Humanity just took one big leap forward towards the tricorder era. A team of researchers from Columbia University have developed a device that can test for HIV, inactive syphilis infection, and active syphilis infection. The device (or dongle, as the team refers to it) only has a manufacturing cost of 4 dollars, and is used in conjunction with a smart phone. The manufacturing cost for lab equipment that does the equivalent testing costs over 8,000 dollars. The device is easy to use, just prick your finger for a blood sample and you can have your results in 15 minutes.
This is the first time that a device of this nature has been able to replicate the performance of a lab quality blood test. Samuel K. Sia, associate professor of biomedical engineering at Columbia Engineering, who led the research group claims that the device will change the way that health care will operate around the world.
“Our work shows that a full laboratory-quality immunoassay can be run on a smartphone accessory,” says Sia. “Coupling microfluidics with recent advances in consumer electronics can make certain lab-based diagnostics accessible to almost any population with access to smartphones. This kind of capability can transform how health care services are delivered around the world.”
Field-testing was done in Rwanda with remarkable results. After only 30 minutes of training health care workers were able to operate the device, perform the blood tests, and record the results. Afterwards, 97% of patients said they would recommend the device, mainly for the speed at which it delivered results.
“Our dongle presents new capabilities for a broad range of users, from health care providers to consumers,” Sia adds. “By increasing detection of syphilis infections, we might be able to reduce deaths by 10-fold. And for large-scale screening where the dongle’s high sensitivity with few false negatives is critical, we might be able to scale up HIV testing at the community level with immediate antiretroviral therapy that could nearly stop HIV transmissions and approach elimination of this devastating disease.”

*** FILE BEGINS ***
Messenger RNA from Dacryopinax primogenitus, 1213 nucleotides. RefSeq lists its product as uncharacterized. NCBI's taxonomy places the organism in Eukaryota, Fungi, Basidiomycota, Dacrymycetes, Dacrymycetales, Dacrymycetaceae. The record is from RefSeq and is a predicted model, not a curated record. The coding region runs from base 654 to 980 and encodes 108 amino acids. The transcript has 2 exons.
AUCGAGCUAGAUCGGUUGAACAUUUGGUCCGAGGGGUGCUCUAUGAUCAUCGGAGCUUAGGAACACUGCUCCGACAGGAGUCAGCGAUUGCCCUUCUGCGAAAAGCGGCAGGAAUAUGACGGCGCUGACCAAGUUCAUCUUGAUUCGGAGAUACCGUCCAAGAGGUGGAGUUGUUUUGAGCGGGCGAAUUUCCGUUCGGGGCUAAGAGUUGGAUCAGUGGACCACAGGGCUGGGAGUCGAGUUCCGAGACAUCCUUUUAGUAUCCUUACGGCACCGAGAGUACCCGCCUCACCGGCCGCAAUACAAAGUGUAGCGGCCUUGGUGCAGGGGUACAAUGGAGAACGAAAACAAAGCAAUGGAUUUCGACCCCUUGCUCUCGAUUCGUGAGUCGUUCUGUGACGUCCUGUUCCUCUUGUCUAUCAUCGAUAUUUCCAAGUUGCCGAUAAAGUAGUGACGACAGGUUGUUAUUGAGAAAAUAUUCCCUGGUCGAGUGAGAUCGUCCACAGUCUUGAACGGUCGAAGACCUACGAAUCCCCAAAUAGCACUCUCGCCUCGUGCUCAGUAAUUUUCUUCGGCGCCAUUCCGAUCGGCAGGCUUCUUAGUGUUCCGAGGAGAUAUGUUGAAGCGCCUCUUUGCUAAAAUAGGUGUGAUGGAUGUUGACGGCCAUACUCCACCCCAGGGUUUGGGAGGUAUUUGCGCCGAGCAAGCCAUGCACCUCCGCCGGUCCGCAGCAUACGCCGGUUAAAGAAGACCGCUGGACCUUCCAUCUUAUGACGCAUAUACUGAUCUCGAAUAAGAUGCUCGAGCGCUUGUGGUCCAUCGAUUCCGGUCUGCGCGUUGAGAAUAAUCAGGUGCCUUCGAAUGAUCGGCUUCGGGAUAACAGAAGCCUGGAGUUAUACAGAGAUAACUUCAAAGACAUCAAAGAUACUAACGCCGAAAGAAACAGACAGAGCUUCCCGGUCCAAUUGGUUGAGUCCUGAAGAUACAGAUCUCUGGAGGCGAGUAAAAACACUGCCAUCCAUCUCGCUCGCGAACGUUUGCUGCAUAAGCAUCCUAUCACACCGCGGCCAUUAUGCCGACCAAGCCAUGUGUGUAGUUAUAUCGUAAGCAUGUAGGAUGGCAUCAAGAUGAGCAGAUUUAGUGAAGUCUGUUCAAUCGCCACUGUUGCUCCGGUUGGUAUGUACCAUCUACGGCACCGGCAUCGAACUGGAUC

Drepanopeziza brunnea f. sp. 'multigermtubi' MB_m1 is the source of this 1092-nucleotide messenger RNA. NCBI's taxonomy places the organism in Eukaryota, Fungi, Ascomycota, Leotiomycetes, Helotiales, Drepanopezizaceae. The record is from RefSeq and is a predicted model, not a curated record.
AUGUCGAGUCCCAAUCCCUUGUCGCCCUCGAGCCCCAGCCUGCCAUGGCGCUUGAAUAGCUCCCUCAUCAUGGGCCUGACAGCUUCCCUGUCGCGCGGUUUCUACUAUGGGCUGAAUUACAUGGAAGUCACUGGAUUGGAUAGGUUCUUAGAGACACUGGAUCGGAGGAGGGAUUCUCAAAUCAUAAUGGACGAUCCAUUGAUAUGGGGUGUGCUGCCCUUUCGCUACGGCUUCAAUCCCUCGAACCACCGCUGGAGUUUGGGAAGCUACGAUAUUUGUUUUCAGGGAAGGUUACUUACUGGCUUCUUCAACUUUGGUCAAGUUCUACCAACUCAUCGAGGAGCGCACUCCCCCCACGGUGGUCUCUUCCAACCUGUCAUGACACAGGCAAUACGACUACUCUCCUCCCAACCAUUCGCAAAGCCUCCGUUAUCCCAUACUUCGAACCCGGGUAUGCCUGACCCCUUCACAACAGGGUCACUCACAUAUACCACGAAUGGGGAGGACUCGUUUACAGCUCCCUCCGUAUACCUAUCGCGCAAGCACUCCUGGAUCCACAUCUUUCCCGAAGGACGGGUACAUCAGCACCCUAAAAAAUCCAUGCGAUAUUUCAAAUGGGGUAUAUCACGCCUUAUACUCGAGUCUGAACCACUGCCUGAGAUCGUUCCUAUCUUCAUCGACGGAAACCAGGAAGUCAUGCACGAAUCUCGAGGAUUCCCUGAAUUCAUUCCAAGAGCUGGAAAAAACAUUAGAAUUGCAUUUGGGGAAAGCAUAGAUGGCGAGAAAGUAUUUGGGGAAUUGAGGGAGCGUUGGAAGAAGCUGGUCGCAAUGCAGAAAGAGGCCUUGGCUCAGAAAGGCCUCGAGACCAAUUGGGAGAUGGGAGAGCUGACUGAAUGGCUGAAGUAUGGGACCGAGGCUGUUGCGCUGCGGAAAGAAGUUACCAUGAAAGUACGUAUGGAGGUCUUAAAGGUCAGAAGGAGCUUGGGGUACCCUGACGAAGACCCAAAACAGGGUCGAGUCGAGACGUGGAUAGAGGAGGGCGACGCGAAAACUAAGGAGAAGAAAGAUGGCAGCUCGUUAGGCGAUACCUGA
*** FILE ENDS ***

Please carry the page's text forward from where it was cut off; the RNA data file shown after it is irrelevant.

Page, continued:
The best way to stop the spread of HIV is through early diagnosis. Most people who spread the disease are unaware that they are infected. People who are treated for HIV can have the infection nearly eradicated from their system. This makes it so that even though they have the disease still, they are significantly less likely to spread it.
“We are really excited about the next steps in bringing this product to the market in developing countries,” he continues. “And we are equally excited about exploring how this technology can benefit patients and consumers back home.”
I think the world is will be excited to have this hit the shelves of every drug store and in every rural healthcare center.
Here is a demonstration of the device: https://www.youtube.com/watch?v=TC9XNqSgj4w